Deplorable Cultus: Populism, Globalization, and The Lord of the Rings
This is a Marxist genealogy of The Lord of the Rings, a study of the production of literary value. It traces the function of this story in the world: how it became mass culture, how it has been used, and how Tolkien wound up occupying the number three position on Forbes’ magazine’s list of Top-Earning Dead Celebrities. The Lord of the Rings has changed laws and economies and sustained and been sustained by numerous incompatible subcultures. This project seeks to illuminate the relationship between the unpaid labor of fans, its conversion into capital, and the aesthetics of mass culture. Using literary analysis directed not only to well-known literary and media texts but to a combination of archival and ethnographic research, it asks where mass culture comes from, where it goes, how it gets there, and what this has to do with the paradigmatic bourgeois aesthetic form, the novel. The introduction gives an overview of the novel’s history and addresses the limitations of ideology critique for understanding popular culture. It offers notes on Tolkien’s biography and two brief readings of the novel focused on its imagination of time and space, respectively, arguing that the novel should be seen as a late colonial text producing an effect I call historical mise-en-abyme. Chapter two looks at commercial publishers and science fiction fanzines, mostly from California, in the early 1960s. It culminates in the release of the first paperback edition in the U.S. and the conversion of the text into mass culture. Chapter three focalizes investigations of the era around 1969 through the city of Birmingham and its legacies in cultural studies, in the history of capitalism, in the arts, and in rock music. Chapter four looks at fan communities in England, Tolkien studies, and the way that Oxford University manages its relationship the property and its fans. Chapter five looks at Peter Jackson’s films and at Tolkien tourism in New Zealand. Chapter six looks in depth at two interviews from my fieldwork, with fans of different generations in the U.K. and New Zealand respectively.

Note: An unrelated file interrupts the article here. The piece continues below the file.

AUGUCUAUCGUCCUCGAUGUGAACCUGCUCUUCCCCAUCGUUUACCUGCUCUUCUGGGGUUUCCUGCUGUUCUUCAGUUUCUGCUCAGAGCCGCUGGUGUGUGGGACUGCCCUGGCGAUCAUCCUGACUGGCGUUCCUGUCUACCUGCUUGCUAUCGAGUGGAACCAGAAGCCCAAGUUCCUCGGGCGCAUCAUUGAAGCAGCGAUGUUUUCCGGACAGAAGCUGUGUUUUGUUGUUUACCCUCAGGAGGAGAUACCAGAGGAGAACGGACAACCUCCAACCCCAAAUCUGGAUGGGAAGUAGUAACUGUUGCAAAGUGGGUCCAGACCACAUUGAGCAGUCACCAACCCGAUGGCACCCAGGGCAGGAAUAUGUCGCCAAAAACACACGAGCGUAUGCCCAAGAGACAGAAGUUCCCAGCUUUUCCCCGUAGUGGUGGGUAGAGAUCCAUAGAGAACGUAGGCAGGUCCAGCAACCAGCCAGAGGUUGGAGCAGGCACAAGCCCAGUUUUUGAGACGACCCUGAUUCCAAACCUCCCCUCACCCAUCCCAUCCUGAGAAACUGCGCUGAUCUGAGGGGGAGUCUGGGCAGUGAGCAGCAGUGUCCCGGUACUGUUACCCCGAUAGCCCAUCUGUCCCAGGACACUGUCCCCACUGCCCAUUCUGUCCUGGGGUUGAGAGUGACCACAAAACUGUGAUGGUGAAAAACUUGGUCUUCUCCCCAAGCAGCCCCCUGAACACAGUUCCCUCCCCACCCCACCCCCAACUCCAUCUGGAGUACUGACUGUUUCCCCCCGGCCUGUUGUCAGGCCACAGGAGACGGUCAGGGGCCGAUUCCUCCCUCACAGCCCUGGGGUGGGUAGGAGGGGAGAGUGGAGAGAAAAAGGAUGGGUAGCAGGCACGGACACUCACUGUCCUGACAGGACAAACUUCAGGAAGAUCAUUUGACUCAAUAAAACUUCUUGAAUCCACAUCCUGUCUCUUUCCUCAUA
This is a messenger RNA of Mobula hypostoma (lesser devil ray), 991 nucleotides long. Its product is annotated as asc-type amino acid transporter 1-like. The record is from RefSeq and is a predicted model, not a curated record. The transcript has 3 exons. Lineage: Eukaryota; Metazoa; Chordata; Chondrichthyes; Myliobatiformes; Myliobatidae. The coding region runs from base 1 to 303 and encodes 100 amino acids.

Tolkien; Lord of the Rings; book history; cultural studies; Popular Culture; Fan Studies; Music; Film studies; English literature
Braddock, Jeremy; Salvato, Nicholas G.; Piekut, Benjamin D.
English Language and Literature
Ph.D., English Language and Literature
Doctor of Philosophy
dissertation or thesis